Some people find it helpful to keep doctors’ notes for important treatment information.
But other people find that keeping the doctor’s notes a medical necessity can cause problems for others.
How do you keep a medical doctor’s statement a medical imperative?
If you don’t have a medical record, you could keep it with a doctor to keep it out of the wrong hands.
Or, you might have to use a third party to keep the note in a safe place.
You could also get a copy of the note to keep in a bank account.
How can I get a medical doc’s note if I don’t want to do the work?
If the medical doc is not available, you can ask your doctor to take care of the problem by sending a request to the following address: 1-888-237-6247 (English) or 1-800-744-6444 (Spanish).
Or, if you are an emergency room doctor, call 1-877-822-6226.
If you have a child or dependents with a chronic medical condition, you may want to find a trusted health care professional who can help you.
If a doctor is not able to help you, contact the VA or your local hospital emergency department (ED) or call the national hotline at 1-866-737-7387 (US and Canada) or toll-free at 1 (800) 726-7878 (international).
If you are on a waiting list for a health care provider, contact your state’s Department of Health and Human Services (DHHS).
They can help determine if a referral to a provider is the right choice.
Is it legal to keep medical notes for people with chronic illnesses?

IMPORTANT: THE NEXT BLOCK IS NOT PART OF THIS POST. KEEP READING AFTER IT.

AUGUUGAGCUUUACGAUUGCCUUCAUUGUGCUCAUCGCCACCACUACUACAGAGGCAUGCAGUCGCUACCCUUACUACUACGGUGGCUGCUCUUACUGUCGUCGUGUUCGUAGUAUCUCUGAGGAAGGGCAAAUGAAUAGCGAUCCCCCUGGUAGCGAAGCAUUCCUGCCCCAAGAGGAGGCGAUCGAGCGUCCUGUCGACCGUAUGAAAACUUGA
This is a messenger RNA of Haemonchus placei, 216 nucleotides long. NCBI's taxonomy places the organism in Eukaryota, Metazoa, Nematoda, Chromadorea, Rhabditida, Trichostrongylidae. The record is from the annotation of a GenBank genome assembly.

The answer is yes.
The following are some examples of medical documents that can be kept by medical professionals, such as doctors, nurses, pharmacists, and others.
Medical notes that may be kept: Important information such as prescription medication, patient data, patient instructions, and lab results, as well as information about your symptoms and treatment.
For example, you should keep information about the time of the month and whether you have been prescribed medication, the type of medicine you are taking, the dose you have taken, the dosage of your medication, and other important information.
If the information is important to you, you must keep it.
If your doctor does not have the time to keep this information, you are entitled to a copy or a copy sent to him or her.
If it is not necessary, your doctor may keep a copy for his or her use.
For information about how to properly preserve medical records, visit the VA’s Online Record Keeping Guide.